According to Spiegel, those who can be hypnotized tend to be more intuitive, trusting, imaginative, and are more likely to get caught up in a movie or book than others. They are also less likely to insist on order and logic in every situation. Even so, the ability to be hypnotized was found less to do with personality and more to do with brain structure, what Spiegel calls a “neural trait." He and colleagues found that participants who were hypnotizable showed greater activity between the executive control and salience networks. Those with a low susceptibility however, saw little activity between these two regions.

Researchers found a drop in activity in a part of the salience network called the dorsal anterior cingulate in the hypnotizable. This tells the brain what to pay attention to and what to ignore. When you're worried, it lights up. But under hypnosis, it tends to calm down. The second thing they noticed was a strong connection between the dorsolateral prefrontal cortex and the insula, which controls heart rate and blood pressure, among other functions. “They fire together, basically," Spiegel said. This means that “your brain in hypnosis is intensifying its connection to your body."

A hypnosis session to help participants quit smoking.

Other regions however saw less activity. The part of the brain responsible for self-reflection, becomes less active. “That's why sometimes people will do embarrassing or silly things in staged hypnosis shows," Spiegel said. “They're not thinking about themselves doing it, they're just doing it." He and his team concluded that, “…altered functional connectivity in [the dorsolateral prefrontal cortex] and [the dorsal anterior cingulate cortex] may underlie hypnotizability."

Take the hypnotism test

Spiegel believes he was on the verge of identifying a brain signature for hypnotizability. About 25% of people cannot undergo hypnosis. There is a test in place to tell, known as the Stanford Hypnotic Susceptibility Scales. People are rated from 0 to 12 on responsiveness. One's susceptibility can be low, medium, or high. Around 80% of the population fall in the medium range. 10% are in the high range and 10% have low susceptibility. Just like IQ, hypnotizability remains constant throughout the person's life. Some longitudinal studies found that 25 years later, retested subjects had nearly the same scores.

Of course, you probably experience hypnosis all the time and don't even know it. Have you ever been so sucked into a movie that you don't notice what's going on around you? Technically, that's a hypnotic state. You're so hyper-focused that you block out everything else. Those who are more likely to become engrossed in such things are more susceptible to hypnosis. In such a state, what we call a trance, a person can be led by a therapist through specific tasks or to reflect on certain thoughts. At this point, your subconscious is more open to suggestion. But that doesn't mean you lose your will. Both your will and your judgment remain intact.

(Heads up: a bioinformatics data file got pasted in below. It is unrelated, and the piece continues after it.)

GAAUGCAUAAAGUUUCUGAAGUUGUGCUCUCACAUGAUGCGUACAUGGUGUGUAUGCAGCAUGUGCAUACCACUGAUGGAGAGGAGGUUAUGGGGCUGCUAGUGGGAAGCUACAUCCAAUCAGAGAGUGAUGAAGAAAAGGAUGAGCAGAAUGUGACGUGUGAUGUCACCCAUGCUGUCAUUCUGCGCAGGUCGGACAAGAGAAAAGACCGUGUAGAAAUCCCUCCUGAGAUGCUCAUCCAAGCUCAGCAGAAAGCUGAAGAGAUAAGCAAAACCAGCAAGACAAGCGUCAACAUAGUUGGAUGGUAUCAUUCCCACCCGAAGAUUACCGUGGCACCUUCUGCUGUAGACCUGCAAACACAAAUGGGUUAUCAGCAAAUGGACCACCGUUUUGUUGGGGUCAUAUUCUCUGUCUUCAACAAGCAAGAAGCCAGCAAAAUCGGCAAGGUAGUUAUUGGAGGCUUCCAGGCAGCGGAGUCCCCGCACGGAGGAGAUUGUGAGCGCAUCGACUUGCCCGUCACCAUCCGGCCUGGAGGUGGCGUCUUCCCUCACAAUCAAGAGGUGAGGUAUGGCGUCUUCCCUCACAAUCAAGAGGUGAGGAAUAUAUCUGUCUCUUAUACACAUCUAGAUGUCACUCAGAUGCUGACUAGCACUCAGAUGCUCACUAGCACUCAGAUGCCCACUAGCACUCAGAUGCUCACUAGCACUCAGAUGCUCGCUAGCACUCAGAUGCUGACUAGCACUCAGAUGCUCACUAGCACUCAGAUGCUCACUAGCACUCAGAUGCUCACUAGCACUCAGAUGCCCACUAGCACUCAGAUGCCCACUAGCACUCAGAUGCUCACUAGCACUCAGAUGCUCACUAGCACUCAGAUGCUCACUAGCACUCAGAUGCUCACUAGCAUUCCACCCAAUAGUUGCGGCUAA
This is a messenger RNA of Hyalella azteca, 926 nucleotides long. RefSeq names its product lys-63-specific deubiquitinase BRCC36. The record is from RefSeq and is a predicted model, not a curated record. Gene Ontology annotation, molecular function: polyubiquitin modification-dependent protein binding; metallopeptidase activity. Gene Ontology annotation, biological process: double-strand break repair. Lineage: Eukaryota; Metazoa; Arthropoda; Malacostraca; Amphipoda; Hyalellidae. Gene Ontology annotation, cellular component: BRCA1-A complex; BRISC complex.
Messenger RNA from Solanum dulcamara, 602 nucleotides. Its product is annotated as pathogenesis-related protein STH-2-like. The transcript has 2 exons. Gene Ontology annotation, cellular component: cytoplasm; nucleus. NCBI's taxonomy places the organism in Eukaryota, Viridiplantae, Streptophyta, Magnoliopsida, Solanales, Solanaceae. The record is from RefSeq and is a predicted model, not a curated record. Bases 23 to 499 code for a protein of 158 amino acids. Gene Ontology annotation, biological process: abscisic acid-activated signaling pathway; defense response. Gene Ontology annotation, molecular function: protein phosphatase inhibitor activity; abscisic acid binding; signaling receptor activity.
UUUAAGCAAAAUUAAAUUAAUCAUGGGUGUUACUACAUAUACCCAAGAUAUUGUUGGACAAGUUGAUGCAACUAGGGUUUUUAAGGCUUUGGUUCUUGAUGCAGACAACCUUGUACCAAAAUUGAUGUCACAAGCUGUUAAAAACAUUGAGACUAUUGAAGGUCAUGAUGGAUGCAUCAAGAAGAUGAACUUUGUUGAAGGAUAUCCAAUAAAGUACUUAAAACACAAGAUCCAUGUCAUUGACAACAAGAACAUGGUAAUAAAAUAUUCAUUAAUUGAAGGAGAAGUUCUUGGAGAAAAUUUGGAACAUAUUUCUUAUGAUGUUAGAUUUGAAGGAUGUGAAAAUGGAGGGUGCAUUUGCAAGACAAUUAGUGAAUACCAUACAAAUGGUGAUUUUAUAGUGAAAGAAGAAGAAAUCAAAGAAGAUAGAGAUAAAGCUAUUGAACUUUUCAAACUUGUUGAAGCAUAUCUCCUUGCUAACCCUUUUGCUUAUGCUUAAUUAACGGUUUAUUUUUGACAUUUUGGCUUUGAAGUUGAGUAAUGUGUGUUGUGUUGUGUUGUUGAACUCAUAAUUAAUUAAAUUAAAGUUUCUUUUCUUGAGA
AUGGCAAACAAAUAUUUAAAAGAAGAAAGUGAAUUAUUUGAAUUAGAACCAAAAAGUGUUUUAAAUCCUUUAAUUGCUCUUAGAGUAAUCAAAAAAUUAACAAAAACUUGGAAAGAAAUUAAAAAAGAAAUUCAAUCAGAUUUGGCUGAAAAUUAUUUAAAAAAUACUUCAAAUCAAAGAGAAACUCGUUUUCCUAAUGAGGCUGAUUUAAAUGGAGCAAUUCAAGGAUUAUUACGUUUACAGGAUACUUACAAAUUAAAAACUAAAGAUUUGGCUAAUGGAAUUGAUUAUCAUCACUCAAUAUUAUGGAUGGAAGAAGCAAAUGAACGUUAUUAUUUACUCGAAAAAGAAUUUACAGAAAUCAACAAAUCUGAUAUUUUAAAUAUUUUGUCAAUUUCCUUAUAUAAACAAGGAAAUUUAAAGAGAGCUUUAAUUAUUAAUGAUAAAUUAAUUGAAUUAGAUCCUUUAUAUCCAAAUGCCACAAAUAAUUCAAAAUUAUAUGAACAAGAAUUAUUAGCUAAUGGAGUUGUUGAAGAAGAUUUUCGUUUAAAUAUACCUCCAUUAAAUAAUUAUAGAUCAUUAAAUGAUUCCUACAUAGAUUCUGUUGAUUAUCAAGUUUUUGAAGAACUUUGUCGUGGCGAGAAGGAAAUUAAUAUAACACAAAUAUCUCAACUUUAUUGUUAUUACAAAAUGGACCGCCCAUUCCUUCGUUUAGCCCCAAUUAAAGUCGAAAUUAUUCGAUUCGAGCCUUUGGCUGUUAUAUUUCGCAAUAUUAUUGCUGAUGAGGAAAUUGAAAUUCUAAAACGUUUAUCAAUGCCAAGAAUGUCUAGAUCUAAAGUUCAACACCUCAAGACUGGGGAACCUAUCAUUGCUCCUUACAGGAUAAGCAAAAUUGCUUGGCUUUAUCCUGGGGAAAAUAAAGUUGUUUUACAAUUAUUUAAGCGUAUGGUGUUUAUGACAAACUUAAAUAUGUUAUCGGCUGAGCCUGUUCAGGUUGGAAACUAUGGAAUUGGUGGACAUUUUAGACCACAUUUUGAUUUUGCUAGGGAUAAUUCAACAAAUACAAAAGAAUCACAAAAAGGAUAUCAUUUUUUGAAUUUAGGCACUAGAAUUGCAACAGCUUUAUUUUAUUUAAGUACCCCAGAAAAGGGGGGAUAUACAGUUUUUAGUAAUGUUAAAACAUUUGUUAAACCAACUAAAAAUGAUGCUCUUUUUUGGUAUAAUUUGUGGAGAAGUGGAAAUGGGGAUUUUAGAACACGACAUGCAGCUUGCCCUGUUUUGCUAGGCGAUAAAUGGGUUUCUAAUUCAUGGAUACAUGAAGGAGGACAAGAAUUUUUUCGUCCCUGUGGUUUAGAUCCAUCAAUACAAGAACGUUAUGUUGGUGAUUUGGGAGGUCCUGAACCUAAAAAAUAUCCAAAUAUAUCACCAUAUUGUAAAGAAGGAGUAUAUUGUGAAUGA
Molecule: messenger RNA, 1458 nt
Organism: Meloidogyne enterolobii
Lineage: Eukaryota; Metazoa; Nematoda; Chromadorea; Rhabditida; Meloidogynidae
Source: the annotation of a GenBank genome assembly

By understanding this mental state further, we will likely get a better picture of how consciousness and our perception of reality work, Byzantine stuff that will take a lot of time to unravel. However, the Human Connectome Project and other brain mapping studies are likely, over time, make significant headway.

To learn more about the scientific basis of hypnosis, click here:

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Are we really addicted to technology?

Fear that new technologies are addictive isn't a modern phenomenon.

Credit: Rodion Kutsaev via Unsplash
Technology & Innovation

This article was originally published on our sister site, Freethink, which has partnered with the Build for Tomorrow podcast to go inside new episodes each month. Subscribe here to learn more about the crazy, curious things from history that shaped us, and how we can shape the future.

In many ways, technology has made our lives better. Through smartphones, apps, and social media platforms we can now work more efficiently and connect in ways that would have been unimaginable just decades ago.

But as we've grown to rely on technology for a lot of our professional and personal needs, most of us are asking tough questions about the role technology plays in our own lives. Are we becoming too dependent on technology to the point that it's actually harming us?

In the latest episode of Build for Tomorrow, host and Entrepreneur Editor-in-Chief Jason Feifer takes on the thorny question: is technology addictive?